Cablegate: Narayanan Urges Better Bilateral Understanding On
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FM AMEMBASSY NEW DELHI
TO RUEHC/SECSTATE WASHDC IMMEDIATE 1973
INFO RUCNCLS/ALL SOUTH AND CENTRAL ASIA COLLECTIVE
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RUEHUNV/USMISSION UNVIE VIENNA 1485
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C O N F I D E N T I A L SECTION 01 OF 03 NEW DELHI 001489
E.O. 12958: DECL: 05/30/2018
TAGS: PREL PARM TSPL PTER KNNP ETTC ENRG TRGY IN
SUBJECT: NARAYANAN URGES BETTER BILATERAL UNDERSTANDING ON
TERRORISM TO SENATORS FEINGOLD AND CASEY Classified By: Ambassador David Mulford for Reasons 1.4 (B and D)
1.(C) Summary: National Security Advisor M.K. Narayanan told Senators Russ Feingold and Bob Casey May 30 that the U.S.-India relationship amounts to much more than just trade links and defense deals, but rather benefits from a mutual empathy. Asked about terrorism, Narayanan related that training camps on the Pakistan-Afghanistan border have attracted more "white faces." He also noted jihadi groups have attempted to acquire fissile material and have the technical competence to manufacture an explosive device beyond a mere dirty bomb. Narayanan lamented that national intelligence agencies lack a common understanding at a time when an incident such as the 2006 blasts in Mumbai involved planning and fundraising in up to 11 different countries. Regarding the May 13 blasts in Jaipur, Narayanan divulged that India has narrowed the suspects to the Harkat-ul-Jihad Islami (HUJI). On Iran, Narayanan asserted that India also wanted to prevent a nuclear weapons program, but he criticized the use of sanctions as ineffective, given the "unique" Shi'ite ability to absorb punishment. Narayanan relayed the government's intention to maintain a dialogue and normalize relations with Pakistan, as shown by the effort to play down the increase in cross-border infiltration in recent weeks. End Summary.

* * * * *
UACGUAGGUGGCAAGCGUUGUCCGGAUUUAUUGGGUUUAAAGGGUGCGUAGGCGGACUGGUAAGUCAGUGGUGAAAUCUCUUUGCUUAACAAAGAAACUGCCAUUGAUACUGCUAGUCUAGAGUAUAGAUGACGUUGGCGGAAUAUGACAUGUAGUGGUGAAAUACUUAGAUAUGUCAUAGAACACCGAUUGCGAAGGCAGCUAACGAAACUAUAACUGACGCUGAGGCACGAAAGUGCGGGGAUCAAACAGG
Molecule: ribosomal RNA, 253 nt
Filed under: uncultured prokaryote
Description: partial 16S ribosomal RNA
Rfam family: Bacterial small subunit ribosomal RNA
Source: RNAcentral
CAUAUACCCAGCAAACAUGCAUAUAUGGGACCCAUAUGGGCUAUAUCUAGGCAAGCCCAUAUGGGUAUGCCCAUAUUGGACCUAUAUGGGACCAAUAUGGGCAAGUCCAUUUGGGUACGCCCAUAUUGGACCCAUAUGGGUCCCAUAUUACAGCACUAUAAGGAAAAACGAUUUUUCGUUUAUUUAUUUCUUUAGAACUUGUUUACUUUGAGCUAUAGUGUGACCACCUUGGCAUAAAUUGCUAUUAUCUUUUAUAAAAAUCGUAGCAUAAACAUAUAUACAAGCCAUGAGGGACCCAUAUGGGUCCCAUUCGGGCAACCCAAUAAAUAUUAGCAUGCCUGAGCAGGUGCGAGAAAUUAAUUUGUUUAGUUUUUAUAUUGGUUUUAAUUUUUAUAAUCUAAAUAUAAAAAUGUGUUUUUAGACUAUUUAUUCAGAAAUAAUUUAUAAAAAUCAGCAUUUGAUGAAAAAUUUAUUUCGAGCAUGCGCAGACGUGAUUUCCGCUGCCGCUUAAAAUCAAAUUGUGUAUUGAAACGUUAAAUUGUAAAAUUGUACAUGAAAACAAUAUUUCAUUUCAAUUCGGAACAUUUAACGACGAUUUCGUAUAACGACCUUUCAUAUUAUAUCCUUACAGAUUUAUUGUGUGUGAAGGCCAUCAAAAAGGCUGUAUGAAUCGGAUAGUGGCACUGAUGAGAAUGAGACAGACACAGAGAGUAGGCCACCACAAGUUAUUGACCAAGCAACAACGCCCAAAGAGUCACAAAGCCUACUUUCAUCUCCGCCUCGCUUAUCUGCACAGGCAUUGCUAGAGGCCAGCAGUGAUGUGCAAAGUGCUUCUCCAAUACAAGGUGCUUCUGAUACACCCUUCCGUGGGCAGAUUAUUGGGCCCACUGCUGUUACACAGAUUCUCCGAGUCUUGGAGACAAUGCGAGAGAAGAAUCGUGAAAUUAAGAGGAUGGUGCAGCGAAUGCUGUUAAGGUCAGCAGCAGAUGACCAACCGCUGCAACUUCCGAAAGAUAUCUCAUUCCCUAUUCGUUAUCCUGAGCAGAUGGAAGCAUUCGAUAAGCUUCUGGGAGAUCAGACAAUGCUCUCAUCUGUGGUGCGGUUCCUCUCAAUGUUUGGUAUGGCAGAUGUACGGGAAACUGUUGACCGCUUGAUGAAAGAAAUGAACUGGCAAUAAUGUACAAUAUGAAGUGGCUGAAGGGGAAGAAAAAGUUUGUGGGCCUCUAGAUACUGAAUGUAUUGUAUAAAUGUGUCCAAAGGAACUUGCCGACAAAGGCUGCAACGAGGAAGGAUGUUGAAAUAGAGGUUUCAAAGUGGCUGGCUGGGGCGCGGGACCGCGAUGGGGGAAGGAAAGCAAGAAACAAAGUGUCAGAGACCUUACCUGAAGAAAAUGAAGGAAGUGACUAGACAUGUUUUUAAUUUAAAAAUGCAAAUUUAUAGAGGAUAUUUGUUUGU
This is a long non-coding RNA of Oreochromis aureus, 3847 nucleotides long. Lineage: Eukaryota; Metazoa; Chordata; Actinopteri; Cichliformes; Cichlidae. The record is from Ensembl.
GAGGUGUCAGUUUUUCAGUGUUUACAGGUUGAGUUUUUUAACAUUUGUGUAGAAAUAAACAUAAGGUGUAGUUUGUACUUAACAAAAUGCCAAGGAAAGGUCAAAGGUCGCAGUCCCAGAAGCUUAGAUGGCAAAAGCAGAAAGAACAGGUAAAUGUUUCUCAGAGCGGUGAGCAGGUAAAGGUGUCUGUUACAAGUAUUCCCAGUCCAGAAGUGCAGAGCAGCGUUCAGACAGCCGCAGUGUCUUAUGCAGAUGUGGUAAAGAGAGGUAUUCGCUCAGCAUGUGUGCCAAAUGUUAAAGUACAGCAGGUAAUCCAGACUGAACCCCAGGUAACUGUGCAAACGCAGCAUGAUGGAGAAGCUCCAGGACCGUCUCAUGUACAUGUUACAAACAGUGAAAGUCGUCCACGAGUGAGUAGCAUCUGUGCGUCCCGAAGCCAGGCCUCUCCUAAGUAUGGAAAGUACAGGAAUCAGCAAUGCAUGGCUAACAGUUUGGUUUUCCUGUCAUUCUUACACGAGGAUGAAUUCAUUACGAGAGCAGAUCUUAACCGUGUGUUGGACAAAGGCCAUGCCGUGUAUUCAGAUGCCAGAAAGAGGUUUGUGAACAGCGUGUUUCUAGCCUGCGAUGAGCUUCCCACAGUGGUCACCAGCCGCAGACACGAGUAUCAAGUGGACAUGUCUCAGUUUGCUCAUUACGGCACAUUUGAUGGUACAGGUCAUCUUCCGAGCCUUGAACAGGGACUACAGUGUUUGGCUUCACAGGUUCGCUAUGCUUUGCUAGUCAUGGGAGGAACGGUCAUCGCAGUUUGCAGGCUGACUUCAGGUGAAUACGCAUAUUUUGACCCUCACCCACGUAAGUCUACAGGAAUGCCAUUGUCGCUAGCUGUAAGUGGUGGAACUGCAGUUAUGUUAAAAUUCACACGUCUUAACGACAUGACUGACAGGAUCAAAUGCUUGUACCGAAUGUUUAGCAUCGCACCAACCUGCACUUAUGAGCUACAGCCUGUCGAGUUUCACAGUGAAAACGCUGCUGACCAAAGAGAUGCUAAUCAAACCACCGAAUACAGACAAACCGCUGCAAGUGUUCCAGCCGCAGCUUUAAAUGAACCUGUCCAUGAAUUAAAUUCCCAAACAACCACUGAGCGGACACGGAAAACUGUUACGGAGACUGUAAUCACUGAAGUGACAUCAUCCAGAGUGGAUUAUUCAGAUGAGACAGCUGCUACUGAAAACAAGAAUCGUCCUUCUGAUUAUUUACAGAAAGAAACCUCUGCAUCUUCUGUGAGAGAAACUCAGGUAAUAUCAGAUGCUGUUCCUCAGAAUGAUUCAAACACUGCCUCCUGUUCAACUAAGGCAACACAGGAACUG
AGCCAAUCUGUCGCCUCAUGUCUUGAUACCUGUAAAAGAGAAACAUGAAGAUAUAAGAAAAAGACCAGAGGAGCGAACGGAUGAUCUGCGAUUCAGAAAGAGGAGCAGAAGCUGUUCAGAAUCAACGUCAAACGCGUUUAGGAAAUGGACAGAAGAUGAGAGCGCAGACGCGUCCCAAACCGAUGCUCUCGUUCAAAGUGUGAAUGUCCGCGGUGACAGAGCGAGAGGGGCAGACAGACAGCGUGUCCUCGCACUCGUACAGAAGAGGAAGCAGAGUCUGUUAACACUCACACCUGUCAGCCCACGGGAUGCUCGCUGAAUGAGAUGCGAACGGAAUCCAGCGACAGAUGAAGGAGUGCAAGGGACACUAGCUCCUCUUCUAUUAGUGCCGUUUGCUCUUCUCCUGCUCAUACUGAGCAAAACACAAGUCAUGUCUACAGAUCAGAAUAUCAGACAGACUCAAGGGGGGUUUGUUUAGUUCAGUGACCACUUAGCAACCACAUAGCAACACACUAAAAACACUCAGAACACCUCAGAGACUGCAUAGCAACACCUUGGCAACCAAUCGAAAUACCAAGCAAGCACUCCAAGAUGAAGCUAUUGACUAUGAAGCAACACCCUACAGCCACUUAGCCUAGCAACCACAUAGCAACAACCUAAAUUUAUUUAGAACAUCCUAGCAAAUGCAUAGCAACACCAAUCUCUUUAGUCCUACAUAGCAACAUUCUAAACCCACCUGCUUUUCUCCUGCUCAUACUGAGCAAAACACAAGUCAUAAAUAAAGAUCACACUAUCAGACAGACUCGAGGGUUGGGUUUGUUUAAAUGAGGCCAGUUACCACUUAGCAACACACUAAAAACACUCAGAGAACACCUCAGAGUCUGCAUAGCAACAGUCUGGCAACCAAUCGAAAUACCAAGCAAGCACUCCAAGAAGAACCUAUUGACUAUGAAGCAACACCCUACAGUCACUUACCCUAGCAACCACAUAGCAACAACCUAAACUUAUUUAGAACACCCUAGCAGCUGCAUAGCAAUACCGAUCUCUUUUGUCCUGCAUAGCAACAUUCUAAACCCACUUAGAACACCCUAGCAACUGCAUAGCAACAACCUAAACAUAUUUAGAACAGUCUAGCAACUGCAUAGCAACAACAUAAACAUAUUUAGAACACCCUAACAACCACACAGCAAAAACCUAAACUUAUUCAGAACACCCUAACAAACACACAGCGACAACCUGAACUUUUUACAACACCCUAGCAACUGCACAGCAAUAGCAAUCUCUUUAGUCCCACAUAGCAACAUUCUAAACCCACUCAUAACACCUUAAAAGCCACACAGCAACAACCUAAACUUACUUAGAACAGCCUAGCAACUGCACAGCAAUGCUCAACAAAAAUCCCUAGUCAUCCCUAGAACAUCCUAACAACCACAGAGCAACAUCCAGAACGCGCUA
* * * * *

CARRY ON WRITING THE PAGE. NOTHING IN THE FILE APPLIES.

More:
Motorcycles for Mangos - - -
2.(C) Senator Russ Feingold began the May 30 meeting with Senator Bob Casey and National Security Advisor M.K. Narayanan by urging a reduction in tariffs on Harley Davidson motorcycles. Narayanan responded that the Prime Minister is "the most liberal economist you can think of," and he promised to pass the message to him and other relevant officials.
U.S. and India Have Natural Empathy - - -
3.(C) Narayanan remarked that neither Senators Feingold and Casey have traveled to India before, and he urged them to see more of the country than Delhi. He described the U.S.-India relationship as much more than trade links and defense deals, but enjoying a special "empathy" that has increased as nearly every middle-class family has a relative in the U.S. These ties will create a lasting relationship that, Narayanan maintained, will not change.
The Role of NSA - - -
4.(C) Senator Feingold asked about the role of the National Security Advisor and how Narayanan can pursue national security goals given the decentralized nature of India's political system. Narayanan replied that the government had revived the position of National Security Advisor (NSA) in 1998 after a brief stint in 1990. The NSA, who presides over the National Security Council, derives authority from his association with the Prime Minister, a position that historically has held great influence thanks to the legacy established by Jawarharlal Nehru and Indira Gandhi, Narayanan explained. "In a sense, I live in the shadow of the Prime Minister," he stated, which allows him to cut across party loyalties and appeal to diverse interests.